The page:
During the rule of eastern Chalukyas, literature prospered in Karnataka. The eastern Chalukyas were great patron of art and sculpture. The Mahadeva temple at Itagi is thought to be the finest Chalukyan landmark.
Kalachuri :- The rulers of the Kalachuri dynasty surpassed eastern Chalukyas and ruled for around 20 years yet couldn't maintain the respectability of the realm. This prompted the realm getting to be plainly feeble lastly it separated and was shared by Sevunas in the north and Hoysalas in the south.
Sevuna Dynasty (1198 AD– 1312 AD) :- The Sevuna or Yadavas of Devagiri established themselves when the Chalukyas of Kalyani's power melted away. The Sevunas were previously the feudatories of the Rashtrakutas and after that of the Western Chalukyas before they proclaimed independence. The founder of the dynasty was Dridhaprahara. This tradition is otherwise called Seuna or Yadavas of Devagiri as they had their capital at Devagiri. They controlled over northern Karnataka, parts of Andhra Pradesh and the majority of Maharashtra.
The line was devinized in history by the works of the praised mathematician Baskarasharya, the well known rscholar Hemadri and the great author on music, Sharngadeva. The leaders of this line were always in battle with the leaders of the Hoysala line. The tradition at long last tumbled to the sultan of Delhi, Allah-ud-din Khilji and his general Mallikaffar.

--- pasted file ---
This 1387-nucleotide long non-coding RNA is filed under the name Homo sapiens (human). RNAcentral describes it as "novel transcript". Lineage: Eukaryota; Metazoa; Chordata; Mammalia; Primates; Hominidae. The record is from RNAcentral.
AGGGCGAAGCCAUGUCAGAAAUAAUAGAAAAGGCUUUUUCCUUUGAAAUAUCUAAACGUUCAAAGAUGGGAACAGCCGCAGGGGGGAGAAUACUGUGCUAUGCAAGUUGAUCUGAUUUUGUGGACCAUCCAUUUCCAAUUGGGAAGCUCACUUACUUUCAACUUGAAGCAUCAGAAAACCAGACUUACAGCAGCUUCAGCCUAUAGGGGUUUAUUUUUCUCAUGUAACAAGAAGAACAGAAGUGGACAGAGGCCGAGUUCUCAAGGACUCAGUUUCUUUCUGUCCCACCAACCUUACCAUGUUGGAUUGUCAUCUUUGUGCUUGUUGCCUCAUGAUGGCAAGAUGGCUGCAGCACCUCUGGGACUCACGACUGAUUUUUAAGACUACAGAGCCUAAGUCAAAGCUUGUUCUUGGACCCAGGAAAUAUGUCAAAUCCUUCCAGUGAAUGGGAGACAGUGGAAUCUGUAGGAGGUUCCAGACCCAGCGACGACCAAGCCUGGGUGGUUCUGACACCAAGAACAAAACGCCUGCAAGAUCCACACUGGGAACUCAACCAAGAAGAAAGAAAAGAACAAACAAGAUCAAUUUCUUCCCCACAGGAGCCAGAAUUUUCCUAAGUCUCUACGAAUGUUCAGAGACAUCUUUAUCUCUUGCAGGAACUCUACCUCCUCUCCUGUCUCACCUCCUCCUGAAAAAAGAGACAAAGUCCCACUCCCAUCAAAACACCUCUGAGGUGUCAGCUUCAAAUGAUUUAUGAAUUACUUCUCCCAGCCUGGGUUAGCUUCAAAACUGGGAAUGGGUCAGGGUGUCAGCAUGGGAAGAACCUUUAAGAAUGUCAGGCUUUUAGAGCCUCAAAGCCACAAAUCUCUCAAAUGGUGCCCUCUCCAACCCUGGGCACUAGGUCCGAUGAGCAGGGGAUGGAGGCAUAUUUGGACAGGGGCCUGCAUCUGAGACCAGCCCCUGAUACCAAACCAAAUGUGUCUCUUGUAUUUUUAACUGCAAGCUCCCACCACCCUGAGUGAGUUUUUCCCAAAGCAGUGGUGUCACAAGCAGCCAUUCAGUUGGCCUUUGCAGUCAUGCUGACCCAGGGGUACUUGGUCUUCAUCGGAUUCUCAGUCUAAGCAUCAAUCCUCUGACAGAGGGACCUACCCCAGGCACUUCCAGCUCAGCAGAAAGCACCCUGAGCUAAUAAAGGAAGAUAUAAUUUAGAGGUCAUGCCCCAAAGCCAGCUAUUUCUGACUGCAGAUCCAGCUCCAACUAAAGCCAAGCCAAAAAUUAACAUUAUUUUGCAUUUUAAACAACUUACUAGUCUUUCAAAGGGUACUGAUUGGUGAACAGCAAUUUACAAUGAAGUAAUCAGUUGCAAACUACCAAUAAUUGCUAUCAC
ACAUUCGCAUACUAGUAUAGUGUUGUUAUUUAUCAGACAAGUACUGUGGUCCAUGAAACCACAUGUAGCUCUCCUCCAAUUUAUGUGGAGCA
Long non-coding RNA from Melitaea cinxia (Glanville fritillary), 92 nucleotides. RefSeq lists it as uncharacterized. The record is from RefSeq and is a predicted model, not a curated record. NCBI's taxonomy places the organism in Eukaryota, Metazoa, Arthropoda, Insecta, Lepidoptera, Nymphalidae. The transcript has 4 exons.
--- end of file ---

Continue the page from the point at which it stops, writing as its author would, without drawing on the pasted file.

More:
Hoysala dynasty was a prominent south indian empire that ruled a large part of modern day Karnataka and parts of Andhra Pradesh and Tamil Nadu. They ruled from 10th century to 14th century. Historians believed that the Hoysalas were the natives of Malnad region of Karnataka. The founder of the dynasty was King Nripa Kama II. They are well known primarily for their architectural developments and several magnificent temples can be founded across Karnataka.
The Hoysala claim to everlasting status is based on the wonderful architectural development, which they undertook in large scale in Karnataka. There are many common features between the Hoysalas and those of the later Chalukyas. Both have the carved doorways, lathe – turned columns and pierced window – screens. The advancement of the Hoysala style occurred in the old Mysore region to a great extent due to the accessibility of the chloritic schist, a kind of green soapstone, usually found in this zone. It is a nearby – grained stone, simple to work however in the meantime strong and can be quarried in genuinely substantial sizes. The appropriation of this stone encouraged the art of decorative cutting for which the Hoysala School of architecture is mainly well known. These features can be perceived as particular and unique to the Hoysala style. By and large the templey has a star – shaped ground plan. Thus Hoysala rulers introduced an innovative and unique style of architecture. The setting up of a Jagati or stage in similarity with the star molded ground plan is of much architectural significance.
The stage is significantly more extensive than the temple, leaving a level surface all round to serve as Pradakshinapatha, so the worshipper or admirer can go round the temple wall sculpture, which constituted a wellspring of mainstream instruction. Furthermore, the Jagati gave a stature to the temple, as the Hoysala temples are by and large not tall. The zig – zag character of the wall is another component of the Hoysala style. This empowers the figures to be seen both in daylight and shades. The entryway is set apart by an extravagance of cutting. This empowers the stone workers especially showered their evidently unlimited aptitude on its execution. The profound and domical roof is by and large embellished with an abundance of sensitive carvings and wonderful figures. The Navaranga roof of the Chennakeshava temple at Belur is recognized as an artful culmination.